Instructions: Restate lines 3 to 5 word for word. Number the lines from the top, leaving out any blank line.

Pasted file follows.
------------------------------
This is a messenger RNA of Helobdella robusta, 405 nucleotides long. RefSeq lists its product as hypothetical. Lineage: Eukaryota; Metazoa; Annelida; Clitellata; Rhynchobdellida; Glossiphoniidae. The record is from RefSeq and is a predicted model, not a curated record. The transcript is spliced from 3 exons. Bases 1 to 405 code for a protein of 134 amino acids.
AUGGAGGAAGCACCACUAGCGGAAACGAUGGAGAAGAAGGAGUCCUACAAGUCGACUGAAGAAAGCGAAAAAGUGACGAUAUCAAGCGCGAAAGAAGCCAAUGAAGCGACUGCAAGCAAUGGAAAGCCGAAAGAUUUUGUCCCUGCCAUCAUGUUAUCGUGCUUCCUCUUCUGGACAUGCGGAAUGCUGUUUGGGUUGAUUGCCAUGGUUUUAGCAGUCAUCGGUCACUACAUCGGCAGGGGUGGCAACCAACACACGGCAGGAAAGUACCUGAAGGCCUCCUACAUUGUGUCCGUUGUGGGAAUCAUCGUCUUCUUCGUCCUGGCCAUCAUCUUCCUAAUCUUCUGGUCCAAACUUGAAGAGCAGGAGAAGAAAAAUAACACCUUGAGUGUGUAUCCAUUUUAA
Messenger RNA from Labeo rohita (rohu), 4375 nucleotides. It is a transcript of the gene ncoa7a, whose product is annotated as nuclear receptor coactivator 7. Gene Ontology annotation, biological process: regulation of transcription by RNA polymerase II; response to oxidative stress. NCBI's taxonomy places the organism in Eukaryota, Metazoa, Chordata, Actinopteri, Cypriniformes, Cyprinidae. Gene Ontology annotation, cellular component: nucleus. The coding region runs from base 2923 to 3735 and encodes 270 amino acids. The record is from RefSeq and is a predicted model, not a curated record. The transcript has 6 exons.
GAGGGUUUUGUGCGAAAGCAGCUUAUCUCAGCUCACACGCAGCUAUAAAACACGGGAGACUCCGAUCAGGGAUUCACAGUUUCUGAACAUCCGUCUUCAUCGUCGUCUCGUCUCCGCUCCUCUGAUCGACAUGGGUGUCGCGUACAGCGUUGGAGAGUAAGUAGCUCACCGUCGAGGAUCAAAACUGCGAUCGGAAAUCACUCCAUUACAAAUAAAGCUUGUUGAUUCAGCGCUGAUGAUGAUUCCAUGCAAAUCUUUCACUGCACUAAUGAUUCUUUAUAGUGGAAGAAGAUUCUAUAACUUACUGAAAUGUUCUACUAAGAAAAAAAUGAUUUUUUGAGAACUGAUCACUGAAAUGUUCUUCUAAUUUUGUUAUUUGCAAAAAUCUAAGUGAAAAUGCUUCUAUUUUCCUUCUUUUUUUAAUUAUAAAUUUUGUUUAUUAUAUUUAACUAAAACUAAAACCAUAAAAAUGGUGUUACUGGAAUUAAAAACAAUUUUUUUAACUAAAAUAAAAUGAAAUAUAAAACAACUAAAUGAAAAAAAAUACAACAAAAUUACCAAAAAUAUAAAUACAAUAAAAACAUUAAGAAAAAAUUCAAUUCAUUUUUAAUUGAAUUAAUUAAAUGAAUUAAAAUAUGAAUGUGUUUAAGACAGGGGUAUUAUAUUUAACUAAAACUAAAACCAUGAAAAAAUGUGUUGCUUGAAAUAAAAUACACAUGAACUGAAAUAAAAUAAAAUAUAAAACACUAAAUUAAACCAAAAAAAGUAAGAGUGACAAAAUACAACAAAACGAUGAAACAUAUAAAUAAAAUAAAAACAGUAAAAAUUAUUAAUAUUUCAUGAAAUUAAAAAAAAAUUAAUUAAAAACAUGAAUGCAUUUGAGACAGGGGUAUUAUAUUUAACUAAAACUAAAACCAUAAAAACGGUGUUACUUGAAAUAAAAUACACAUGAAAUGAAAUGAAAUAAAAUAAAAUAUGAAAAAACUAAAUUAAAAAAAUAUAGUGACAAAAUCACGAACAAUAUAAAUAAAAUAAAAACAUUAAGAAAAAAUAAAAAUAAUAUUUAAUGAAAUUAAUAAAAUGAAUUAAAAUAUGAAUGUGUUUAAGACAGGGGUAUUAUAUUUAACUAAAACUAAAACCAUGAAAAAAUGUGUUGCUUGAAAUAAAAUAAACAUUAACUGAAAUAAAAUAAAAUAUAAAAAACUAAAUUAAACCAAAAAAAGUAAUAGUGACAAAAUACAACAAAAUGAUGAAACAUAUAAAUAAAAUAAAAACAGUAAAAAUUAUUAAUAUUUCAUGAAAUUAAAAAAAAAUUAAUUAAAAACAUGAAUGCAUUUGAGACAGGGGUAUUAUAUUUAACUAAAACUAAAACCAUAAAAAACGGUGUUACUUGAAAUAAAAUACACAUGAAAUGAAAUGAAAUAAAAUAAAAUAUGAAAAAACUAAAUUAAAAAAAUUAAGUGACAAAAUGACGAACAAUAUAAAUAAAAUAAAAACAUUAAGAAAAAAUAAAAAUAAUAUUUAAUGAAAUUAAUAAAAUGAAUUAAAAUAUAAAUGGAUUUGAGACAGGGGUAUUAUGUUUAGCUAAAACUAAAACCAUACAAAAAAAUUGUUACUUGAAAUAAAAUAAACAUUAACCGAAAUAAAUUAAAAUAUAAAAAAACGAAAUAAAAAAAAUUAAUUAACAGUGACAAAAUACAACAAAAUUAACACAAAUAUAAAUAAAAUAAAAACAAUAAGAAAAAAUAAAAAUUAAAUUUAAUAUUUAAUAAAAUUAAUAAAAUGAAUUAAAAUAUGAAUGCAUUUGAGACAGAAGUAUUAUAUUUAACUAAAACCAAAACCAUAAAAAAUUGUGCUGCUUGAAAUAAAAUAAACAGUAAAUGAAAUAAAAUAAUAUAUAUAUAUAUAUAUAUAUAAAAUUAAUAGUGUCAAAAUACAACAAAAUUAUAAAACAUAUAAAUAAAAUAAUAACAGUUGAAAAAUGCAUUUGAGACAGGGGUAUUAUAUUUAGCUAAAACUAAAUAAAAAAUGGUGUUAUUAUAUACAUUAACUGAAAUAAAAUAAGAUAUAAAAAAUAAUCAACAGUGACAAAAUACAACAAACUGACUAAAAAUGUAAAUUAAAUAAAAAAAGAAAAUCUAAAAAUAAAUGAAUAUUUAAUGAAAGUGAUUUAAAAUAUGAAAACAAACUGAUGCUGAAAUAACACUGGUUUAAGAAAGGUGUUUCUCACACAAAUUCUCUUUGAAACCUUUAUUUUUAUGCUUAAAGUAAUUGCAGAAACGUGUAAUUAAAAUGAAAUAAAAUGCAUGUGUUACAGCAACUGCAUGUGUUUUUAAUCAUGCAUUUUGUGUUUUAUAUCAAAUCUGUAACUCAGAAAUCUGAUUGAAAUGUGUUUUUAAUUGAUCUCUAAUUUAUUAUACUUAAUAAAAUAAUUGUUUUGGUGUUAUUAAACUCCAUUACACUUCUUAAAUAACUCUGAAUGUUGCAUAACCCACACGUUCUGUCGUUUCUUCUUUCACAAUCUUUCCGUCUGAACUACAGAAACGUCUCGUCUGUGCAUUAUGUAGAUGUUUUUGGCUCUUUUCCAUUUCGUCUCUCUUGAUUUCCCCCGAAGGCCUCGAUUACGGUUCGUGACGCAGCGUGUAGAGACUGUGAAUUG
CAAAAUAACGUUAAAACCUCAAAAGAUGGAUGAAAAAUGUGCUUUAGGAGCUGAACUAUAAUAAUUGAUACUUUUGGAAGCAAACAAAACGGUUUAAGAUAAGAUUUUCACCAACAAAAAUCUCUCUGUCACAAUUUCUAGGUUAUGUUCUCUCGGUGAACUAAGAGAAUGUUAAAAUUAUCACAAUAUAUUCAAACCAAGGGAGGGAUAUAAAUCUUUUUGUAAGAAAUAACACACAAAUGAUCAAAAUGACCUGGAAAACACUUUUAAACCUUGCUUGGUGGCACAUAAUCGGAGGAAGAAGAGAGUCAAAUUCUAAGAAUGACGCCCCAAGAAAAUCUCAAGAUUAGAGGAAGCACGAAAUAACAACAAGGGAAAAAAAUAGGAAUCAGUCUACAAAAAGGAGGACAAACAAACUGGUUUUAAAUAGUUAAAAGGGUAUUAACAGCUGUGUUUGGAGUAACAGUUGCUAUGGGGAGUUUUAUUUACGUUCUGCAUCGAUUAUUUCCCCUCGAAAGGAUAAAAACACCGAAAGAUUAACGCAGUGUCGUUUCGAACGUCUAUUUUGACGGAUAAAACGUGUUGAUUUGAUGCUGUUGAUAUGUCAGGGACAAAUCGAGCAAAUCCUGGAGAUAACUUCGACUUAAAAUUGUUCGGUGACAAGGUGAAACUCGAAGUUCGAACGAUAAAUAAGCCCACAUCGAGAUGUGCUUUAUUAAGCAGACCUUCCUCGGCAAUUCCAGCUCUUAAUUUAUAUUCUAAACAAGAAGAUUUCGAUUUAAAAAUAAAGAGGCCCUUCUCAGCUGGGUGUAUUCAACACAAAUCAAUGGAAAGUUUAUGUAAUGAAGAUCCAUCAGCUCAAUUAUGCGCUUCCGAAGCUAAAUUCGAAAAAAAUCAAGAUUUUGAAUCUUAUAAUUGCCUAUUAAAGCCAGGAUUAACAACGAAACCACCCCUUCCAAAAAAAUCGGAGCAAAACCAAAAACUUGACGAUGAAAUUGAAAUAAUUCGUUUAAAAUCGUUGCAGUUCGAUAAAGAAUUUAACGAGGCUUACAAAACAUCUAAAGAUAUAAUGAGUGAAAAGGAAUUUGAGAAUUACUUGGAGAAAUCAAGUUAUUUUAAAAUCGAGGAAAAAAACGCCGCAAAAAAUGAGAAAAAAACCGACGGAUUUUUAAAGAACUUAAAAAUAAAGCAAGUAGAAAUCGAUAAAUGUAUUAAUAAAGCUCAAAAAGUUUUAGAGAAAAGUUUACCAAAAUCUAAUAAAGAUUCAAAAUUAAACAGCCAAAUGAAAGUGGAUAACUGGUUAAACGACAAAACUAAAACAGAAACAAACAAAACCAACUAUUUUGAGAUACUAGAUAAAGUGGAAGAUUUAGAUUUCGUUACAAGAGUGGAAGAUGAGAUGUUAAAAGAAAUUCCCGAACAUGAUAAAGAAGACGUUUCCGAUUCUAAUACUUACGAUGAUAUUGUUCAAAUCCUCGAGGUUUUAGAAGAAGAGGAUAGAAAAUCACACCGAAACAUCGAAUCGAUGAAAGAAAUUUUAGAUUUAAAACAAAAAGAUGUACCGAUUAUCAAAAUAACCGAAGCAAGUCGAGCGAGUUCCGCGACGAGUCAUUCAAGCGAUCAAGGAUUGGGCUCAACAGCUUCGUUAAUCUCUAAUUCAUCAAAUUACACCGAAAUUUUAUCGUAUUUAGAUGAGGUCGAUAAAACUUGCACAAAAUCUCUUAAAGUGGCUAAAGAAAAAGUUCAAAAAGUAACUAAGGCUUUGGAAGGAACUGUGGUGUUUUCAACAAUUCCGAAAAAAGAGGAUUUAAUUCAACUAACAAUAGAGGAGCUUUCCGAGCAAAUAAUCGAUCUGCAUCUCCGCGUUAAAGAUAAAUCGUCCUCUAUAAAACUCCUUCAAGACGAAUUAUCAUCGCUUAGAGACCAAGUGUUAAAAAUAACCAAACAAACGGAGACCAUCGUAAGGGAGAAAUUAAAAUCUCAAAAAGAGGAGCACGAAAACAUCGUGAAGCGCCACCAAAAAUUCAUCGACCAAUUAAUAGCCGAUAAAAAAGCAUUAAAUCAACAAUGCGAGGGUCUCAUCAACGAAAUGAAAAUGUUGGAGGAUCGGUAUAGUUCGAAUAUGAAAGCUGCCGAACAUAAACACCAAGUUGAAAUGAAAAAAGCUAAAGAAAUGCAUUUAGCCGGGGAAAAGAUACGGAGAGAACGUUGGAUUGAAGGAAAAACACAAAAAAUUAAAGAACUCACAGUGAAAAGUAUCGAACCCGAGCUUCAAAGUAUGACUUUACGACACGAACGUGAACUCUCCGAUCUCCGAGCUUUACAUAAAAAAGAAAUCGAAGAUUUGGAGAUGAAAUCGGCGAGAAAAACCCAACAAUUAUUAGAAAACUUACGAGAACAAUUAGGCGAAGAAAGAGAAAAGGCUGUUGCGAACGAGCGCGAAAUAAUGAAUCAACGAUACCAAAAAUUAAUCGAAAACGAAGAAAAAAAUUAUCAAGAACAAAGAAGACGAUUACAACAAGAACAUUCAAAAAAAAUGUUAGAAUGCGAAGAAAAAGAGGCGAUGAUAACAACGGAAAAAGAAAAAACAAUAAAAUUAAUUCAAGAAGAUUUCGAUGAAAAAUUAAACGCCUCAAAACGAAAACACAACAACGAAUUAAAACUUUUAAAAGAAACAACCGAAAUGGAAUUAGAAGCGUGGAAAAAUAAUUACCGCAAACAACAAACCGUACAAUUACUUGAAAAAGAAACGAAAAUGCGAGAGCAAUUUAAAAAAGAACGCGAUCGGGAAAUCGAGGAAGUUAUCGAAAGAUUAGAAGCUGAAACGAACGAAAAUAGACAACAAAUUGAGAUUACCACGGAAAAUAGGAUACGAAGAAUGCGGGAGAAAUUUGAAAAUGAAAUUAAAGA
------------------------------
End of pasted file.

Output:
Messenger RNA from Labeo rohita (rohu), 4375 nucleotides. It is a transcript of the gene ncoa7a, whose product is annotated as nuclear receptor coactivator 7. Gene Ontology annotation, biological process: regulation of transcription by RNA polymerase II; response to oxidative stress. NCBI's taxonomy places the organism in Eukaryota, Metazoa, Chordata, Actinopteri, Cypriniformes, Cyprinidae. Gene Ontology annotation, cellular component: nucleus. The coding region runs from base 2923 to 3735 and encodes 270 amino acids. The record is from RefSeq and is a predicted model, not a curated record. The transcript has 6 exons.
GAGGGUUUUGUGCGAAAGCAGCUUAUCUCAGCUCACACGCAGCUAUAAAACACGGGAGACUCCGAUCAGGGAUUCACAGUUUCUGAACAUCCGUCUUCAUCGUCGUCUCGUCUCCGCUCCUCUGAUCGACAUGGGUGUCGCGUACAGCGUUGGAGAGUAAGUAGCUCACCGUCGAGGAUCAAAACUGCGAUCGGAAAUCACUCCAUUACAAAUAAAGCUUGUUGAUUCAGCGCUGAUGAUGAUUCCAUGCAAAUCUUUCACUGCACUAAUGAUUCUUUAUAGUGGAAGAAGAUUCUAUAACUUACUGAAAUGUUCUACUAAGAAAAAAAUGAUUUUUUGAGAACUGAUCACUGAAAUGUUCUUCUAAUUUUGUUAUUUGCAAAAAUCUAAGUGAAAAUGCUUCUAUUUUCCUUCUUUUUUUAAUUAUAAAUUUUGUUUAUUAUAUUUAACUAAAACUAAAACCAUAAAAAUGGUGUUACUGGAAUUAAAAACAAUUUUUUUAACUAAAAUAAAAUGAAAUAUAAAACAACUAAAUGAAAAAAAAUACAACAAAAUUACCAAAAAUAUAAAUACAAUAAAAACAUUAAGAAAAAAUUCAAUUCAUUUUUAAUUGAAUUAAUUAAAUGAAUUAAAAUAUGAAUGUGUUUAAGACAGGGGUAUUAUAUUUAACUAAAACUAAAACCAUGAAAAAAUGUGUUGCUUGAAAUAAAAUACACAUGAACUGAAAUAAAAUAAAAUAUAAAACACUAAAUUAAACCAAAAAAAGUAAGAGUGACAAAAUACAACAAAACGAUGAAACAUAUAAAUAAAAUAAAAACAGUAAAAAUUAUUAAUAUUUCAUGAAAUUAAAAAAAAAUUAAUUAAAAACAUGAAUGCAUUUGAGACAGGGGUAUUAUAUUUAACUAAAACUAAAACCAUAAAAACGGUGUUACUUGAAAUAAAAUACACAUGAAAUGAAAUGAAAUAAAAUAAAAUAUGAAAAAACUAAAUUAAAAAAAUAUAGUGACAAAAUCACGAACAAUAUAAAUAAAAUAAAAACAUUAAGAAAAAAUAAAAAUAAUAUUUAAUGAAAUUAAUAAAAUGAAUUAAAAUAUGAAUGUGUUUAAGACAGGGGUAUUAUAUUUAACUAAAACUAAAACCAUGAAAAAAUGUGUUGCUUGAAAUAAAAUAAACAUUAACUGAAAUAAAAUAAAAUAUAAAAAACUAAAUUAAACCAAAAAAAGUAAUAGUGACAAAAUACAACAAAAUGAUGAAACAUAUAAAUAAAAUAAAAACAGUAAAAAUUAUUAAUAUUUCAUGAAAUUAAAAAAAAAUUAAUUAAAAACAUGAAUGCAUUUGAGACAGGGGUAUUAUAUUUAACUAAAACUAAAACCAUAAAAAACGGUGUUACUUGAAAUAAAAUACACAUGAAAUGAAAUGAAAUAAAAUAAAAUAUGAAAAAACUAAAUUAAAAAAAUUAAGUGACAAAAUGACGAACAAUAUAAAUAAAAUAAAAACAUUAAGAAAAAAUAAAAAUAAUAUUUAAUGAAAUUAAUAAAAUGAAUUAAAAUAUAAAUGGAUUUGAGACAGGGGUAUUAUGUUUAGCUAAAACUAAAACCAUACAAAAAAAUUGUUACUUGAAAUAAAAUAAACAUUAACCGAAAUAAAUUAAAAUAUAAAAAAACGAAAUAAAAAAAAUUAAUUAACAGUGACAAAAUACAACAAAAUUAACACAAAUAUAAAUAAAAUAAAAACAAUAAGAAAAAAUAAAAAUUAAAUUUAAUAUUUAAUAAAAUUAAUAAAAUGAAUUAAAAUAUGAAUGCAUUUGAGACAGAAGUAUUAUAUUUAACUAAAACCAAAACCAUAAAAAAUUGUGCUGCUUGAAAUAAAAUAAACAGUAAAUGAAAUAAAAUAAUAUAUAUAUAUAUAUAUAUAUAAAAUUAAUAGUGUCAAAAUACAACAAAAUUAUAAAACAUAUAAAUAAAAUAAUAACAGUUGAAAAAUGCAUUUGAGACAGGGGUAUUAUAUUUAGCUAAAACUAAAUAAAAAAUGGUGUUAUUAUAUACAUUAACUGAAAUAAAAUAAGAUAUAAAAAAUAAUCAACAGUGACAAAAUACAACAAACUGACUAAAAAUGUAAAUUAAAUAAAAAAAGAAAAUCUAAAAAUAAAUGAAUAUUUAAUGAAAGUGAUUUAAAAUAUGAAAACAAACUGAUGCUGAAAUAACACUGGUUUAAGAAAGGUGUUUCUCACACAAAUUCUCUUUGAAACCUUUAUUUUUAUGCUUAAAGUAAUUGCAGAAACGUGUAAUUAAAAUGAAAUAAAAUGCAUGUGUUACAGCAACUGCAUGUGUUUUUAAUCAUGCAUUUUGUGUUUUAUAUCAAAUCUGUAACUCAGAAAUCUGAUUGAAAUGUGUUUUUAAUUGAUCUCUAAUUUAUUAUACUUAAUAAAAUAAUUGUUUUGGUGUUAUUAAACUCCAUUACACUUCUUAAAUAACUCUGAAUGUUGCAUAACCCACACGUUCUGUCGUUUCUUCUUUCACAAUCUUUCCGUCUGAACUACAGAAACGUCUCGUCUGUGCAUUAUGUAGAUGUUUUUGGCUCUUUUCCAUUUCGUCUCUCUUGAUUUCCCCCGAAGGCCUCGAUUACGGUUCGUGACGCAGCGUGUAGAGACUGUGAAUUG
CAAAAUAACGUUAAAACCUCAAAAGAUGGAUGAAAAAUGUGCUUUAGGAGCUGAACUAUAAUAAUUGAUACUUUUGGAAGCAAACAAAACGGUUUAAGAUAAGAUUUUCACCAACAAAAAUCUCUCUGUCACAAUUUCUAGGUUAUGUUCUCUCGGUGAACUAAGAGAAUGUUAAAAUUAUCACAAUAUAUUCAAACCAAGGGAGGGAUAUAAAUCUUUUUGUAAGAAAUAACACACAAAUGAUCAAAAUGACCUGGAAAACACUUUUAAACCUUGCUUGGUGGCACAUAAUCGGAGGAAGAAGAGAGUCAAAUUCUAAGAAUGACGCCCCAAGAAAAUCUCAAGAUUAGAGGAAGCACGAAAUAACAACAAGGGAAAAAAAUAGGAAUCAGUCUACAAAAAGGAGGACAAACAAACUGGUUUUAAAUAGUUAAAAGGGUAUUAACAGCUGUGUUUGGAGUAACAGUUGCUAUGGGGAGUUUUAUUUACGUUCUGCAUCGAUUAUUUCCCCUCGAAAGGAUAAAAACACCGAAAGAUUAACGCAGUGUCGUUUCGAACGUCUAUUUUGACGGAUAAAACGUGUUGAUUUGAUGCUGUUGAUAUGUCAGGGACAAAUCGAGCAAAUCCUGGAGAUAACUUCGACUUAAAAUUGUUCGGUGACAAGGUGAAACUCGAAGUUCGAACGAUAAAUAAGCCCACAUCGAGAUGUGCUUUAUUAAGCAGACCUUCCUCGGCAAUUCCAGCUCUUAAUUUAUAUUCUAAACAAGAAGAUUUCGAUUUAAAAAUAAAGAGGCCCUUCUCAGCUGGGUGUAUUCAACACAAAUCAAUGGAAAGUUUAUGUAAUGAAGAUCCAUCAGCUCAAUUAUGCGCUUCCGAAGCUAAAUUCGAAAAAAAUCAAGAUUUUGAAUCUUAUAAUUGCCUAUUAAAGCCAGGAUUAACAACGAAACCACCCCUUCCAAAAAAAUCGGAGCAAAACCAAAAACUUGACGAUGAAAUUGAAAUAAUUCGUUUAAAAUCGUUGCAGUUCGAUAAAGAAUUUAACGAGGCUUACAAAACAUCUAAAGAUAUAAUGAGUGAAAAGGAAUUUGAGAAUUACUUGGAGAAAUCAAGUUAUUUUAAAAUCGAGGAAAAAAACGCCGCAAAAAAUGAGAAAAAAACCGACGGAUUUUUAAAGAACUUAAAAAUAAAGCAAGUAGAAAUCGAUAAAUGUAUUAAUAAAGCUCAAAAAGUUUUAGAGAAAAGUUUACCAAAAUCUAAUAAAGAUUCAAAAUUAAACAGCCAAAUGAAAGUGGAUAACUGGUUAAACGACAAAACUAAAACAGAAACAAACAAAACCAACUAUUUUGAGAUACUAGAUAAAGUGGAAGAUUUAGAUUUCGUUACAAGAGUGGAAGAUGAGAUGUUAAAAGAAAUUCCCGAACAUGAUAAAGAAGACGUUUCCGAUUCUAAUACUUACGAUGAUAUUGUUCAAAUCCUCGAGGUUUUAGAAGAAGAGGAUAGAAAAUCACACCGAAACAUCGAAUCGAUGAAAGAAAUUUUAGAUUUAAAACAAAAAGAUGUACCGAUUAUCAAAAUAACCGAAGCAAGUCGAGCGAGUUCCGCGACGAGUCAUUCAAGCGAUCAAGGAUUGGGCUCAACAGCUUCGUUAAUCUCUAAUUCAUCAAAUUACACCGAAAUUUUAUCGUAUUUAGAUGAGGUCGAUAAAACUUGCACAAAAUCUCUUAAAGUGGCUAAAGAAAAAGUUCAAAAAGUAACUAAGGCUUUGGAAGGAACUGUGGUGUUUUCAACAAUUCCGAAAAAAGAGGAUUUAAUUCAACUAACAAUAGAGGAGCUUUCCGAGCAAAUAAUCGAUCUGCAUCUCCGCGUUAAAGAUAAAUCGUCCUCUAUAAAACUCCUUCAAGACGAAUUAUCAUCGCUUAGAGACCAAGUGUUAAAAAUAACCAAACAAACGGAGACCAUCGUAAGGGAGAAAUUAAAAUCUCAAAAAGAGGAGCACGAAAACAUCGUGAAGCGCCACCAAAAAUUCAUCGACCAAUUAAUAGCCGAUAAAAAAGCAUUAAAUCAACAAUGCGAGGGUCUCAUCAACGAAAUGAAAAUGUUGGAGGAUCGGUAUAGUUCGAAUAUGAAAGCUGCCGAACAUAAACACCAAGUUGAAAUGAAAAAAGCUAAAGAAAUGCAUUUAGCCGGGGAAAAGAUACGGAGAGAACGUUGGAUUGAAGGAAAAACACAAAAAAUUAAAGAACUCACAGUGAAAAGUAUCGAACCCGAGCUUCAAAGUAUGACUUUACGACACGAACGUGAACUCUCCGAUCUCCGAGCUUUACAUAAAAAAGAAAUCGAAGAUUUGGAGAUGAAAUCGGCGAGAAAAACCCAACAAUUAUUAGAAAACUUACGAGAACAAUUAGGCGAAGAAAGAGAAAAGGCUGUUGCGAACGAGCGCGAAAUAAUGAAUCAACGAUACCAAAAAUUAAUCGAAAACGAAGAAAAAAAUUAUCAAGAACAAAGAAGACGAUUACAACAAGAACAUUCAAAAAAAAUGUUAGAAUGCGAAGAAAAAGAGGCGAUGAUAACAACGGAAAAAGAAAAAACAAUAAAAUUAAUUCAAGAAGAUUUCGAUGAAAAAUUAAACGCCUCAAAACGAAAACACAACAACGAAUUAAAACUUUUAAAAGAAACAACCGAAAUGGAAUUAGAAGCGUGGAAAAAUAAUUACCGCAAACAACAAACCGUACAAUUACUUGAAAAAGAAACGAAAAUGCGAGAGCAAUUUAAAAAAGAACGCGAUCGGGAAAUCGAGGAAGUUAUCGAAAGAUUAGAAGCUGAAACGAACGAAAAUAGACAACAAAUUGAGAUUACCACGGAAAAUAGGAUACGAAGAAUGCGGGAGAAAUUUGAAAAUGAAAUUAAAGA